True humility is not cowering passivity, but a recognition of the radical uncertainties that we have to live with. It is only once we’ve understood that reality that we begin to act appropriately — by accepting that most of what we do will be wrong to some extent, and therefore actively seeking out evidence of that wrongness. It’s only on such a basis that we can put a stop to what doesn’t work and learn from what does (no matter whose idea it was in the first place). Above all, we must keep our options open. The worst thing we can do, especially when faced with huge but unknowable risks, is to make one big bet on being right.
And yet that’s exactly what our system of government encourages our politicians to do.
Systems, of course, can be reformed — but there’s one thing that never changes and that’s the corrupting effect of power itself.
In Nineteen-Eighty-Four, George Orwell showed us what power at its most corrupt looks like. These are the chilling words of O’Brien, the secret policeman who breaks poor Winston Smith:
“Power is not a means, it is an end. One does not establish a dictatorship in order to safeguard a revolution; one makes the revolution in order to establish the dictatorship. The object of persecution is persecution. The object of torture is torture. The object of power is power.”
The context of the novel is the totalitarian state of Oceania. Our own situation, despite the lockdown, is a far cry from that grim parallel universe. Power, as exercised in a democracy, is thankfully not absolute — and thus neither is the corruption that follows in its wake.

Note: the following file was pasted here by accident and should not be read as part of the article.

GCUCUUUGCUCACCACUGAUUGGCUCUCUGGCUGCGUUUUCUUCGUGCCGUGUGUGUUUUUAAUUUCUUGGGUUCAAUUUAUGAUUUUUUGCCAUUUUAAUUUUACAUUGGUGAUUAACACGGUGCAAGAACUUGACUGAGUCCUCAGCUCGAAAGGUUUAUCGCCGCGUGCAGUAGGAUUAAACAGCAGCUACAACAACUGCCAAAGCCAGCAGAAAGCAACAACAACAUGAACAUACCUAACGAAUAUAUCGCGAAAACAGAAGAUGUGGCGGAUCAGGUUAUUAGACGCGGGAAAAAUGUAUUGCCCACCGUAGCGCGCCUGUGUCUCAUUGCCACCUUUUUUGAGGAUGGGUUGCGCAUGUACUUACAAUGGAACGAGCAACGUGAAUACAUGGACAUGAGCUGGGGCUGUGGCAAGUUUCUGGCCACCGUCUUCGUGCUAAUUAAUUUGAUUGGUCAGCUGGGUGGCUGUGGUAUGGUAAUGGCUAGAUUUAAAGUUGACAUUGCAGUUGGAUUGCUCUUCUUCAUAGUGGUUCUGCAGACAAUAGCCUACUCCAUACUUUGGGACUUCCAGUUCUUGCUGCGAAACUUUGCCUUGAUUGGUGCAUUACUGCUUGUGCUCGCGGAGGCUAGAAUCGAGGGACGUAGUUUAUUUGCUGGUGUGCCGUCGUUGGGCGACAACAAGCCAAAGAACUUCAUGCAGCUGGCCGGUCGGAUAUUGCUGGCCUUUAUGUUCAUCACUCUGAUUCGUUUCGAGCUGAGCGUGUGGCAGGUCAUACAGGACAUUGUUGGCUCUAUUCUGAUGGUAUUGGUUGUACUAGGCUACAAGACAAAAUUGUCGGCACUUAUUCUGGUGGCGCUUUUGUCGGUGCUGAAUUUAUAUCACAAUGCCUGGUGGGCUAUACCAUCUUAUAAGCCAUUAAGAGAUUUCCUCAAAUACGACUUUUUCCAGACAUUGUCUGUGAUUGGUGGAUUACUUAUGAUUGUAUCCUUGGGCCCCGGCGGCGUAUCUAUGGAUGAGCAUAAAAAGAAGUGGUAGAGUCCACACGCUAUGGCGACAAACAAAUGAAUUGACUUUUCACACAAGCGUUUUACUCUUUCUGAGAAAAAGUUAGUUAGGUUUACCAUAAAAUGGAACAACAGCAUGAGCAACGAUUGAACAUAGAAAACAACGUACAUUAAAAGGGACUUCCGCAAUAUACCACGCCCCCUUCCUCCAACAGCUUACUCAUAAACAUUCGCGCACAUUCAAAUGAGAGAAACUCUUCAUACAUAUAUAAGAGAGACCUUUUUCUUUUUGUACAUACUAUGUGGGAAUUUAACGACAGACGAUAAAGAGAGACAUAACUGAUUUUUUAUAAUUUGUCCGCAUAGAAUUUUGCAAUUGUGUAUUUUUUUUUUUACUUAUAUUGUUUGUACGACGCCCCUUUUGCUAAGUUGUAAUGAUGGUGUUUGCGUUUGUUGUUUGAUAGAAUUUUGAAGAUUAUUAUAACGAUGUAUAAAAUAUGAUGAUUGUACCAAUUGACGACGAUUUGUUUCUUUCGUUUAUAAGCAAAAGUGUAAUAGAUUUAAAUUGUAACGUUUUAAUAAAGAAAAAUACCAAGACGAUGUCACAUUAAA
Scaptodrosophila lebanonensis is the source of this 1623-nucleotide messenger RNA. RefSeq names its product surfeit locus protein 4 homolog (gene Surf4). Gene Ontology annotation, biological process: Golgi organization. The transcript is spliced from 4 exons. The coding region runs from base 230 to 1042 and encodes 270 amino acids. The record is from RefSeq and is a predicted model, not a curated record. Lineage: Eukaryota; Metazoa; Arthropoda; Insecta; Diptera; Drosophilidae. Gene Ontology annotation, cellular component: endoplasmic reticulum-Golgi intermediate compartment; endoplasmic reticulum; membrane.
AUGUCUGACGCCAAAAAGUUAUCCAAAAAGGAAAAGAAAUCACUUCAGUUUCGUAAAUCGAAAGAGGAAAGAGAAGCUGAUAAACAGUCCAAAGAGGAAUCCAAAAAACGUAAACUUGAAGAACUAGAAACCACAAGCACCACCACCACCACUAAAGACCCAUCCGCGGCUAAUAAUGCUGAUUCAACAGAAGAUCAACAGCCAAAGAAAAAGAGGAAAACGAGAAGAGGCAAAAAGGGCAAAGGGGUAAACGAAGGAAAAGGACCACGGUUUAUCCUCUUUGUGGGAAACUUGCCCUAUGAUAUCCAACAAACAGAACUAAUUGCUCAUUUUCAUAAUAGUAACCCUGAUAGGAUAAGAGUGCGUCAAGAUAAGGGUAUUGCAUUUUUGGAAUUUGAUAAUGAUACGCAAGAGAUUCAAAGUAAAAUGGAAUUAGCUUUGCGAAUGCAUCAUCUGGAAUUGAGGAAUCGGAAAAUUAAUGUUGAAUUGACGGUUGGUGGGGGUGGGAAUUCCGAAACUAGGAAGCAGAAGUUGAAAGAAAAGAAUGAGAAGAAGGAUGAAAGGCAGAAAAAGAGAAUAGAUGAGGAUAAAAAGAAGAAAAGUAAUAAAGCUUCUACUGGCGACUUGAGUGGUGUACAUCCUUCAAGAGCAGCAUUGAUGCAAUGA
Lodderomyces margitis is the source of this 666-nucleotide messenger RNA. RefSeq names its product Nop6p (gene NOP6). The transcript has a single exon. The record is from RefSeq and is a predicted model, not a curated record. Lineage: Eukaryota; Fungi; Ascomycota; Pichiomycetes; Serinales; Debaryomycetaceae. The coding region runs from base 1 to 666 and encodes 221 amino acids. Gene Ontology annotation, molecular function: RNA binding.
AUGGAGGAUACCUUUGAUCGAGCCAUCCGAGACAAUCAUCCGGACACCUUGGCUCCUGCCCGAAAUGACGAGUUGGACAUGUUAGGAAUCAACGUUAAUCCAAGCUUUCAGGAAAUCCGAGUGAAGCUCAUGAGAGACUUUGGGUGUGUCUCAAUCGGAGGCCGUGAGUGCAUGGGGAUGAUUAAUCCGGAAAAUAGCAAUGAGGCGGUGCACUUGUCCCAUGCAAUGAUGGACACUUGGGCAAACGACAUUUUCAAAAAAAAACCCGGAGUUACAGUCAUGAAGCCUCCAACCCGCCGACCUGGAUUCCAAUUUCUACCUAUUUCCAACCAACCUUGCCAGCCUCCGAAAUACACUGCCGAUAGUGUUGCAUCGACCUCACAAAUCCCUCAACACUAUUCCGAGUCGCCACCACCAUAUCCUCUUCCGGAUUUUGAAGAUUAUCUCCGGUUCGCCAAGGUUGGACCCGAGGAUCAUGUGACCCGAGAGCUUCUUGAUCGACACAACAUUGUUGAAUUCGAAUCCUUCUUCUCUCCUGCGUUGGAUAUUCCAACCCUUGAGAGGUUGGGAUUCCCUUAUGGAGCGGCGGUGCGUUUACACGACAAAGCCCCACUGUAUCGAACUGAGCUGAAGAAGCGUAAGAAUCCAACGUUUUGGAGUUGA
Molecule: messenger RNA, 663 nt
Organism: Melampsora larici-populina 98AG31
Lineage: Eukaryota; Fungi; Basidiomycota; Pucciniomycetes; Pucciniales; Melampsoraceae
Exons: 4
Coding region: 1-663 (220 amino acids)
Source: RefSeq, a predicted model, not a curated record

Indeed, power is often illusory — our leaders are more Wizard of Oz than Big Brother. Nevertheless, the Orwellian idea of power for its own sake is still relevant to the smoke and mirrors of post-modern politics.
Let’s imagine O’Brien not as a member of the thought police, but as a comms consultant in our world. This is how he might describe our system of government:
“One doesn’t use whatever power one has to do something; one does something to show that one has power.”
What that something is — be it an ‘eye-catching initiative’, a full-blown government strategy or even something genuinely important like a single currency or a foreign war — doesn’t really matter. What counts is not so much the destination as that the wheels have been set in motion: the civil servants have something to implement; the press officers have something to press release; the journalists have something to report; the parliamentarians something to debate. Everyone, if not happy, is at least occupied — and none more so that the minister, standing over the machinery of government, lever proudly in hand.
Policy-makers do love their ‘levers’. And politicians love to pull them. In fact, they’re always on the pull — looking for some simple way to make something happen and therefore look like they’re in control.